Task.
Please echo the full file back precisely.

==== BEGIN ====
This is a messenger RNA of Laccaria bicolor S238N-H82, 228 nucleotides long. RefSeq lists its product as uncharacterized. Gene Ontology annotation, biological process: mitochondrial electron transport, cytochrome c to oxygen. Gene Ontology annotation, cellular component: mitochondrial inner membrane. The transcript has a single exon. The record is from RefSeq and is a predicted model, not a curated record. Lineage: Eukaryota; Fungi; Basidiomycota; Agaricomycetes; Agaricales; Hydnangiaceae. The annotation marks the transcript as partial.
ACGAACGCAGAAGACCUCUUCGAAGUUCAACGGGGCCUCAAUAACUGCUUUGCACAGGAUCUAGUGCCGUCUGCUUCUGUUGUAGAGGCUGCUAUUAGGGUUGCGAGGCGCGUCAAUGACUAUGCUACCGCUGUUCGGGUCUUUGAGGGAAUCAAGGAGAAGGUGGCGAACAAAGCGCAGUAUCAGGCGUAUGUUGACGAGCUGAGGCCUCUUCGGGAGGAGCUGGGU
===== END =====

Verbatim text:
This is a messenger RNA of Laccaria bicolor S238N-H82, 228 nucleotides long. RefSeq lists its product as uncharacterized. Gene Ontology annotation, biological process: mitochondrial electron transport, cytochrome c to oxygen. Gene Ontology annotation, cellular component: mitochondrial inner membrane. The transcript has a single exon. The record is from RefSeq and is a predicted model, not a curated record. Lineage: Eukaryota; Fungi; Basidiomycota; Agaricomycetes; Agaricales; Hydnangiaceae. The annotation marks the transcript as partial.
ACGAACGCAGAAGACCUCUUCGAAGUUCAACGGGGCCUCAAUAACUGCUUUGCACAGGAUCUAGUGCCGUCUGCUUCUGUUGUAGAGGCUGCUAUUAGGGUUGCGAGGCGCGUCAAUGACUAUGCUACCGCUGUUCGGGUCUUUGAGGGAAUCAAGGAGAAGGUGGCGAACAAAGCGCAGUAUCAGGCGUAUGUUGACGAGCUGAGGCCUCUUCGGGAGGAGCUGGGU